May 9, 2010
Bev Sodemann, 58, is living proof of how research brings hope to so many lives.
After severe stomach pain sent her to the hospital in September 2008, Sodemann was diagnosed with pancreatic cancer. This hard-to-detect, fast-spreading cancer often has a grim outcome. But not for Sodemann.
In 2010, she is busy substitute teaching, taking her grandchildren on adventures and traveling, as she continues to participate in a clinical study through the Alvin J. Siteman Cancer Center at Barnes-Jewish Hospital and Washington University School of Medicine.
“The opportunity to participate in a clinical study was one of the reasons I chose to go to Siteman for treatment,” Sodemann says. “At first, I didn’t know anything about pancreatic cancer except that the outlook was grim for patients. My daughter did a lot of research about where I should go for treatment and looked at places around the country. We found Siteman was the best for pancreatic cancer care.”
Siteman has one of the highest-volume pancreatic cancer programs in the United States.
Her Decision to Help Advance Care
Sodemann’s first step in treatment was surgery. William Hawkins, MD, a Washington University gastrointestinal surgeon at Barnes-Jewish Hospital and Siteman who specializes in pancreatic cancer, performed a Whipple procedure, a complex operation that includes removing the head of the pancreas, the gallbladder, the common bile ducts, most of the duodenum and part of the stomach. Washington University surgeons have extensive experience in performing this procedure with extremely low rates of complications and mortality.
Sodemann qualified for a clinical study that included traditional chemotherapy along with a vaccine designed to stimulate the immune system to attack cancer cells. In January 2009, she began sixth months of chemotherapy complemented by the vaccine. While her chemotherapy is now over, she will continue to receive the vaccine once a month for the next five years.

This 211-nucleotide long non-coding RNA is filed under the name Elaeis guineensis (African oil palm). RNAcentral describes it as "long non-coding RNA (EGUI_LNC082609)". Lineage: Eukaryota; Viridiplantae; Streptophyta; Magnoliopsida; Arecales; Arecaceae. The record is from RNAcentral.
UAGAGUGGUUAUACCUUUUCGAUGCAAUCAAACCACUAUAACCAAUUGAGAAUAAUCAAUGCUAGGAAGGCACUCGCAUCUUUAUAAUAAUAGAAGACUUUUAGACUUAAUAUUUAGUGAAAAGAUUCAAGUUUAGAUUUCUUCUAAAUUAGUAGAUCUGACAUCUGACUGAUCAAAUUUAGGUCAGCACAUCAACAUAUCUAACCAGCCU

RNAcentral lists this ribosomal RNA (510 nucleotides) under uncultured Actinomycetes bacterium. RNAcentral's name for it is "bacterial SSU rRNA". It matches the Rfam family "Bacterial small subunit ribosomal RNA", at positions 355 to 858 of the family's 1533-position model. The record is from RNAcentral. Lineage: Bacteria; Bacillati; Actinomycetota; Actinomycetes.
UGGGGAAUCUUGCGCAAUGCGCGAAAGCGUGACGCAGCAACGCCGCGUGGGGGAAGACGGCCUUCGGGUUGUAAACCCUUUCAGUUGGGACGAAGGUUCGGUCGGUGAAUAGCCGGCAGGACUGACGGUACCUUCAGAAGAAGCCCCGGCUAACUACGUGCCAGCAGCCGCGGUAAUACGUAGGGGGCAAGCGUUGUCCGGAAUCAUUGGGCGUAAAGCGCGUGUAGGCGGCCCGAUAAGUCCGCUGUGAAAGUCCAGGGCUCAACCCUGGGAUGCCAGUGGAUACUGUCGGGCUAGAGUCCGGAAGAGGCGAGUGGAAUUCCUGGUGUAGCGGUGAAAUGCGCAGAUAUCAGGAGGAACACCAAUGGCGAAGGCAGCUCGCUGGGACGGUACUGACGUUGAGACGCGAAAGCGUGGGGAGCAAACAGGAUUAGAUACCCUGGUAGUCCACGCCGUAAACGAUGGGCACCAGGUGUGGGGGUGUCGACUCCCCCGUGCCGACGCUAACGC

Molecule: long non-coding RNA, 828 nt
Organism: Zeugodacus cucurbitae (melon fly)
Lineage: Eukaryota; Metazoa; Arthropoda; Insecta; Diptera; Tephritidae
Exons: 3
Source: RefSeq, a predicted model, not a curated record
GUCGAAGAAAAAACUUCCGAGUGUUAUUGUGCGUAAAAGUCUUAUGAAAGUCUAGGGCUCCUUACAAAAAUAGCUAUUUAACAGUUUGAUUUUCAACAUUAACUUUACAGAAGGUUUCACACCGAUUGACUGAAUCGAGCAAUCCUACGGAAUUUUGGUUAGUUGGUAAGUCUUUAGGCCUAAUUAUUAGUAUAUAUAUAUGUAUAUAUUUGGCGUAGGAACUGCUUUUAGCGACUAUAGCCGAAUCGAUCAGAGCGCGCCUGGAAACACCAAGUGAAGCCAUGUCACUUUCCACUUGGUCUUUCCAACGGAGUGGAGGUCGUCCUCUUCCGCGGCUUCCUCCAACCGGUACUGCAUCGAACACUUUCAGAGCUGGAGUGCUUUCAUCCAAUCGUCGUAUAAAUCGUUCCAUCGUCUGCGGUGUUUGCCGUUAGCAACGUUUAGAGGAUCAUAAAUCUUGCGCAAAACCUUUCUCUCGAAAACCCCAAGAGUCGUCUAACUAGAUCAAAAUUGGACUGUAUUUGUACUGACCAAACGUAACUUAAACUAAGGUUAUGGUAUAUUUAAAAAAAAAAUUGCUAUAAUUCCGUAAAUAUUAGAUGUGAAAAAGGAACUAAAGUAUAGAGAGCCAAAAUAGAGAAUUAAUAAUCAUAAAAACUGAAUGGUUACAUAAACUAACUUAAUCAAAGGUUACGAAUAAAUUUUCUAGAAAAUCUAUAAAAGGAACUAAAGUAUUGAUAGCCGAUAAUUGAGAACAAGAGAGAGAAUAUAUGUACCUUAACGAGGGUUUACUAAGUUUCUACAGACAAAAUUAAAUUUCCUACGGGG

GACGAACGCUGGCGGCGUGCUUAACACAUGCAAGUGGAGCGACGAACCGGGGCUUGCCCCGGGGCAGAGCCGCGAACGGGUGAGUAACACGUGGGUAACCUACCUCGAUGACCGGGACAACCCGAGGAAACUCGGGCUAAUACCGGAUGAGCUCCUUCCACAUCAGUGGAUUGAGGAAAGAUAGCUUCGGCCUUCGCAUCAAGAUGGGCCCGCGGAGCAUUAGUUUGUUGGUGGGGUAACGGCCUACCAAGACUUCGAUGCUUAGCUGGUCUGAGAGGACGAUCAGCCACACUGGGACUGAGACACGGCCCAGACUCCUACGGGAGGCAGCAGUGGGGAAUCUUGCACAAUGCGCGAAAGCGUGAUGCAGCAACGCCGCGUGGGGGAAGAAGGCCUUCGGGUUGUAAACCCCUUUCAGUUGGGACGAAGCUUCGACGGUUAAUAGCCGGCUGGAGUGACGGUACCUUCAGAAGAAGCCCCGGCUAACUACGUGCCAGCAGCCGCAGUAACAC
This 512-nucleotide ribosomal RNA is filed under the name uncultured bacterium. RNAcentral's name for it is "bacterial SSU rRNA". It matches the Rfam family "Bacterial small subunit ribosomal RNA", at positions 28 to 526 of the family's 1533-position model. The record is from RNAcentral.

“I consider participating in the study as my safety net that keeps me well,” Sodemann says. “I feel so good right now. Joining the clinical study was a no-brainer for me. I decided to do it for every chance it gave me and because it will help others — and they could be my family members. Without clinical studies, doctors can’t make advances in care.
“Every Day Is a Gift”
Surprisingly, Sodemann sees her experience with pancreatic cancer as a blessing and is now living life to the fullest. “It has allowed me to see so much good in the world,” she says. “I’ve written things down on paper that I want to do in life and am making sure I do them, rather than putting them off.” At the top of her list is taking her daughter and grandchildren to Disneyland and Sea World this summer. She also plans to go to North Carolina to zipline, after white-water rafting there last summer. And in the fall, she’s planning a much-anticipated trip with her husband to Hawaii.
“I know statistically, pancreatic cancer can come back,” Sodemann says. “But Dr. Hawkins told me not to worry about statistics because all I have to be is the one to survive. That advice has stayed with me. So I’m not really worrying about cancer — it gets easier with each passing month. No matter what happens down the road, I’m grateful for all the time I have. Every day is a gift.”
Sodemann is pleased to help other people through her story of survival. “When people see me doing so well, it gives them hope,” she says. “That’s why I’m so appreciative of donor gifts that help fund research. When one person is helped, it ripples out to so many more people. Through gifts, we can make important strides in care.”